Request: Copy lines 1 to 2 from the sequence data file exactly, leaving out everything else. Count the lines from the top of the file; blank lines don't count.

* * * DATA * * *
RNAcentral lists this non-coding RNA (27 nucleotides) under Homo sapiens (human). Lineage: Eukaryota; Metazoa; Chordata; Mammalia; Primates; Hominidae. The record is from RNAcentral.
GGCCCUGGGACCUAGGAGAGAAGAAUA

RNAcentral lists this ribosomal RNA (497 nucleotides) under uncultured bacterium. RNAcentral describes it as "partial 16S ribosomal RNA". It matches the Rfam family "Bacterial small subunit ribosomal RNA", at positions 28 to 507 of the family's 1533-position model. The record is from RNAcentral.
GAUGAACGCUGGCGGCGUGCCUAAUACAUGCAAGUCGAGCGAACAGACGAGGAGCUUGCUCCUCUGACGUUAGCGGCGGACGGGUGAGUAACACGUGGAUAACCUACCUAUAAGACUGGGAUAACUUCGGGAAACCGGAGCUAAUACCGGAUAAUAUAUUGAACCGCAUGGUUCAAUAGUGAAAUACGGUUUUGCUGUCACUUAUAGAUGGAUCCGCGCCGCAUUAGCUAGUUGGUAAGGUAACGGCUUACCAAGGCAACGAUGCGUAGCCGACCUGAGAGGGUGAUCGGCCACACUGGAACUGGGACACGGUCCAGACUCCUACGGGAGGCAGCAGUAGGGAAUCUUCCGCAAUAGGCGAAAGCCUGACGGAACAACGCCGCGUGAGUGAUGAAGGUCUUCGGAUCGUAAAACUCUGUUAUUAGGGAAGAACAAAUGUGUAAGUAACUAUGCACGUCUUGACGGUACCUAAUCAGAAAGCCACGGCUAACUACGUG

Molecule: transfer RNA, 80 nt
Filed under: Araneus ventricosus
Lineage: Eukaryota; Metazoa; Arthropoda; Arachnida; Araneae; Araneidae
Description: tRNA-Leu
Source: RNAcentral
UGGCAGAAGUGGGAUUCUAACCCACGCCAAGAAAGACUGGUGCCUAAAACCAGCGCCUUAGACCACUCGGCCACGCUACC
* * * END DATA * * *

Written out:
RNAcentral lists this non-coding RNA (27 nucleotides) under Homo sapiens (human). Lineage: Eukaryota; Metazoa; Chordata; Mammalia; Primates; Hominidae. The record is from RNAcentral.
GGCCCUGGGACCUAGGAGAGAAGAAUA